(Nanowerk News) Combining a monoclonal antibody known to target melanoma tumors with multiple C60 buckyballs, researchers at Rice University and the University of Texas M. D. Anderson Cancer Center have developed a new way to deliver multiple drugs simultaneously to tumors. Unlike other methods that use multiple targeting agents, such as antibodies, to deliver individual drug-loaded nanoparticles to malignant cells, this new approach attaches multiple nanoparticles to an individual tumor-targeting antibody.
In research published in the journal Chemical Communications("Fullerene (C60) immunoconjugates: interaction of water-soluble C60 derivatives with the murine anti-gp240 melanoma antibody"), Lon Wilson, Ph.D., and colleagues at Rice University, working with Michael Rosenblum, Ph.D., and collaborators at The M. D. Anderson Cancer Center, describe the methods they used to attach as many as 40 water-soluble buckyballs onto a single antibody known as ZME-018. The M. D. Anderson Cancer Center investigators had already shown that ZME-018, which binds to a tumor protein known as gp240, will deliver anticancer drugs into melanoma tumors, while the Rice group has been developing buckyballs as drug delivery agents (click here to see earlier story).
One potential advantage of attaching multiple nanoparticles to a single antibody is that it may be possible to load a different anticancer drug into each nanoparticle. "The idea that we can potentially carry more than one Taxol™ per buckyball is exciting, but the real advantage of fullerene immunotherapy over other targeted therapeutic agents is likely to be the buckyball's potential to carry multiple drug payloads, such as Taxol™ plus other chemotherapeutic drugs," said Wilson. "Cancer cells can become drug resistant, and we hope to cut down on the possibility of their escaping treatment by attacking them with more than one kind of drug at a time."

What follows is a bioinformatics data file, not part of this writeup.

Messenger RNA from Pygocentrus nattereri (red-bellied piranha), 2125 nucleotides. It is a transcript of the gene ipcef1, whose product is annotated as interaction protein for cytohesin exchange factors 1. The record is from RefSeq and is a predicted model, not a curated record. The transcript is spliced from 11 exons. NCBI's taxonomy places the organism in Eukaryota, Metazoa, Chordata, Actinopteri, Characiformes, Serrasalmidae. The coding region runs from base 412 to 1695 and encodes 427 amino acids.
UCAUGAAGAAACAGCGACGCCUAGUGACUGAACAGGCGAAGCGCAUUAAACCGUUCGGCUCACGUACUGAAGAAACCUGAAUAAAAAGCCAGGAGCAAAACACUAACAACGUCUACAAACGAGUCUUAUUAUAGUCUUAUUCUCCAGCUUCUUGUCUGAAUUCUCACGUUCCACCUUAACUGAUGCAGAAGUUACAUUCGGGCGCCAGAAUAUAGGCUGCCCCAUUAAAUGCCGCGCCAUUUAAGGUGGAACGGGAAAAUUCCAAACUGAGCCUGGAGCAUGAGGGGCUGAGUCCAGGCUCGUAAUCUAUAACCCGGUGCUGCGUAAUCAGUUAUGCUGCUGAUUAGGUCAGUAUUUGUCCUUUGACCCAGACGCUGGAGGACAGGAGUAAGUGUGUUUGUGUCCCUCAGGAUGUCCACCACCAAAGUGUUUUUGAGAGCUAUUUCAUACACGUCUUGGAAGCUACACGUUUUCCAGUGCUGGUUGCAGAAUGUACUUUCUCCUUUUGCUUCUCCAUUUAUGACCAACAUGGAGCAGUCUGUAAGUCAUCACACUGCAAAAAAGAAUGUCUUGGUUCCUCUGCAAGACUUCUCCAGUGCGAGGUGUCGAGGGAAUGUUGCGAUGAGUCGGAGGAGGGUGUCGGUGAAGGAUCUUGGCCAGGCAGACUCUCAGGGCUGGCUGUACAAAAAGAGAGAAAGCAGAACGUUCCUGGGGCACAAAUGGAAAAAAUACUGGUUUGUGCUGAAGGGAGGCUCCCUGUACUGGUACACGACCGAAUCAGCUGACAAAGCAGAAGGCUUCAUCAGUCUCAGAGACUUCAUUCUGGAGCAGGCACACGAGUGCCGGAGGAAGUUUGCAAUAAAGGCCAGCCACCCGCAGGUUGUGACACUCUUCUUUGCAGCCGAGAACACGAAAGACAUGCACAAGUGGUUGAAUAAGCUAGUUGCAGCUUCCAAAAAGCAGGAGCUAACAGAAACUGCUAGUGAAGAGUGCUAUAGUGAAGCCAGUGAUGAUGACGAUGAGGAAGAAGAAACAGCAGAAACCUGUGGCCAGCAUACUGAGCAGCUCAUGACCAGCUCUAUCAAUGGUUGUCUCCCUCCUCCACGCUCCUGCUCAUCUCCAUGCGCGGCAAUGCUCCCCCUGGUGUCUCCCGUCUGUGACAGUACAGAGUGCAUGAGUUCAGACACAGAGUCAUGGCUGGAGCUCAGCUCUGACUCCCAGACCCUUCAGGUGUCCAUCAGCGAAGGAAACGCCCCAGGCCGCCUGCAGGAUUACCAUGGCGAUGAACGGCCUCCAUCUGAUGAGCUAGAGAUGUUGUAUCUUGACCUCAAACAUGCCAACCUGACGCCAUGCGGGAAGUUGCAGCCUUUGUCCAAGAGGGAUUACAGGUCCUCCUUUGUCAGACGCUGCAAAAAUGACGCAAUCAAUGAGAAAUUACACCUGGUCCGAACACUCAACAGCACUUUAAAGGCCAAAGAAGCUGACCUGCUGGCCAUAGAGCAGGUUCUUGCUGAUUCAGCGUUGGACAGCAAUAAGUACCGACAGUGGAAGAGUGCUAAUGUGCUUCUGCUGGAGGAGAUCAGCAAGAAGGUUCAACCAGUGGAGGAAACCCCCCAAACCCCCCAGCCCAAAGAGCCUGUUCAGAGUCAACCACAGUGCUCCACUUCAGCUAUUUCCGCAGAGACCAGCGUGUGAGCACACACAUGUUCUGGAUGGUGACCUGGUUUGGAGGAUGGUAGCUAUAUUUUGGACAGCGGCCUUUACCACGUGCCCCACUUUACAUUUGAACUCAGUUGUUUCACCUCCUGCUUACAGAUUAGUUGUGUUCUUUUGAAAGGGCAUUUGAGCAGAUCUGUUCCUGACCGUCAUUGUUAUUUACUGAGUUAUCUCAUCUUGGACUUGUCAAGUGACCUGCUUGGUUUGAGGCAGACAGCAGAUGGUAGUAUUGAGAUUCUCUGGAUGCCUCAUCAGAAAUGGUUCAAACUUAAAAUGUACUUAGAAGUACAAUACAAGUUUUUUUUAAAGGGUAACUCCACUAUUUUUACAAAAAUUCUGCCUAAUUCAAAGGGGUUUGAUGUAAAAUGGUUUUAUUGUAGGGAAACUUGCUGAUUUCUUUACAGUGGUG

While it's possible to attach drug molecules directly to antibodies, researchers have not been able to attach more than a handful of drug molecules to an antibody without significantly changing its targeting ability. That happens, in large part, because the chemical bonds that are used to attach the drugs -- strong, covalent bonds -- tend to block the targeting centers on the antibody's surface. If an antibody is modified with too many covalent bonds, the chemical changes will destroy its ability to recognize the cancer it was intended to attack.
The investigators originally had planned to overcome this limitation by attaching multiple molecules of the anticancer agent paclitaxel to each buckyball, which would then be connected chemically to the antibodies. To the team members’ surprise, many more buckyballs than expected attached themselves to the antibody. Moreover, the buckyballs stuck tightly to the antibodies without the need to form chemical bonds, so the increased payload did not significantly change the targeting ability of the antibody.